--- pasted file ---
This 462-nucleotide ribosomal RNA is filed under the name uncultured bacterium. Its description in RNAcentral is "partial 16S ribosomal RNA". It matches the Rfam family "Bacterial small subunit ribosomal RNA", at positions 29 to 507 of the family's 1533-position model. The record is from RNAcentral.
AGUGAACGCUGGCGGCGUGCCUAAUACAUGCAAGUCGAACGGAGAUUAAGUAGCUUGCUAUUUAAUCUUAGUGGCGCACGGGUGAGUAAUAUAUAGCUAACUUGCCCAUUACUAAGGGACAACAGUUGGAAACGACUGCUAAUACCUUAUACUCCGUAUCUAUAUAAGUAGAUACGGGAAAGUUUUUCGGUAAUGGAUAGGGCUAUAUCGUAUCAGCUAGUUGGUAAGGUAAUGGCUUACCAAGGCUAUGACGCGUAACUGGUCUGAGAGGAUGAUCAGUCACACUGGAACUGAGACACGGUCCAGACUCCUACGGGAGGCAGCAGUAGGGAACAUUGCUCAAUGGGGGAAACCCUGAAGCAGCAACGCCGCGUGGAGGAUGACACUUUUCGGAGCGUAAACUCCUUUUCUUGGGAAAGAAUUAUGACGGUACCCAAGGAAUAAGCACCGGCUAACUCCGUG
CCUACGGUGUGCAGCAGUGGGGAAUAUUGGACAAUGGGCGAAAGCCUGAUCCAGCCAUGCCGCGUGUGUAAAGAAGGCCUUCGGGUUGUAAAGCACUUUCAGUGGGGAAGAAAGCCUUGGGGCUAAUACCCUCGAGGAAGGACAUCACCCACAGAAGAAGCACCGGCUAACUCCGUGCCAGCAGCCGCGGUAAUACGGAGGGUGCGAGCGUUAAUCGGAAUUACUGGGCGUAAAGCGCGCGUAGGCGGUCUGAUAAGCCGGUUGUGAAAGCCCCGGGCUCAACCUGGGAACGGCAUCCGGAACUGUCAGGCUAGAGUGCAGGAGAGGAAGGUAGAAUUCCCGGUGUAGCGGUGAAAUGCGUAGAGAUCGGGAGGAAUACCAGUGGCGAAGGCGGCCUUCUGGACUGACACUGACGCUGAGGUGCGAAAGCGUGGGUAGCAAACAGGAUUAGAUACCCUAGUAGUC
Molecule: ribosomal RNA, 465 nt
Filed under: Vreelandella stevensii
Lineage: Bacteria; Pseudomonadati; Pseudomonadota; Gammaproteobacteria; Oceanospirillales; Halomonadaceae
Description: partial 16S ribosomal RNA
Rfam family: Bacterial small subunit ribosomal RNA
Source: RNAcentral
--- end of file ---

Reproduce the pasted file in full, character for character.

This 462-nucleotide ribosomal RNA is filed under the name uncultured bacterium. Its description in RNAcentral is "partial 16S ribosomal RNA". It matches the Rfam family "Bacterial small subunit ribosomal RNA", at positions 29 to 507 of the family's 1533-position model. The record is from RNAcentral.
AGUGAACGCUGGCGGCGUGCCUAAUACAUGCAAGUCGAACGGAGAUUAAGUAGCUUGCUAUUUAAUCUUAGUGGCGCACGGGUGAGUAAUAUAUAGCUAACUUGCCCAUUACUAAGGGACAACAGUUGGAAACGACUGCUAAUACCUUAUACUCCGUAUCUAUAUAAGUAGAUACGGGAAAGUUUUUCGGUAAUGGAUAGGGCUAUAUCGUAUCAGCUAGUUGGUAAGGUAAUGGCUUACCAAGGCUAUGACGCGUAACUGGUCUGAGAGGAUGAUCAGUCACACUGGAACUGAGACACGGUCCAGACUCCUACGGGAGGCAGCAGUAGGGAACAUUGCUCAAUGGGGGAAACCCUGAAGCAGCAACGCCGCGUGGAGGAUGACACUUUUCGGAGCGUAAACUCCUUUUCUUGGGAAAGAAUUAUGACGGUACCCAAGGAAUAAGCACCGGCUAACUCCGUG
CCUACGGUGUGCAGCAGUGGGGAAUAUUGGACAAUGGGCGAAAGCCUGAUCCAGCCAUGCCGCGUGUGUAAAGAAGGCCUUCGGGUUGUAAAGCACUUUCAGUGGGGAAGAAAGCCUUGGGGCUAAUACCCUCGAGGAAGGACAUCACCCACAGAAGAAGCACCGGCUAACUCCGUGCCAGCAGCCGCGGUAAUACGGAGGGUGCGAGCGUUAAUCGGAAUUACUGGGCGUAAAGCGCGCGUAGGCGGUCUGAUAAGCCGGUUGUGAAAGCCCCGGGCUCAACCUGGGAACGGCAUCCGGAACUGUCAGGCUAGAGUGCAGGAGAGGAAGGUAGAAUUCCCGGUGUAGCGGUGAAAUGCGUAGAGAUCGGGAGGAAUACCAGUGGCGAAGGCGGCCUUCUGGACUGACACUGACGCUGAGGUGCGAAAGCGUGGGUAGCAAACAGGAUUAGAUACCCUAGUAGUC
Molecule: ribosomal RNA, 465 nt
Filed under: Vreelandella stevensii
Lineage: Bacteria; Pseudomonadati; Pseudomonadota; Gammaproteobacteria; Oceanospirillales; Halomonadaceae
Description: partial 16S ribosomal RNA
Rfam family: Bacterial small subunit ribosomal RNA
Source: RNAcentral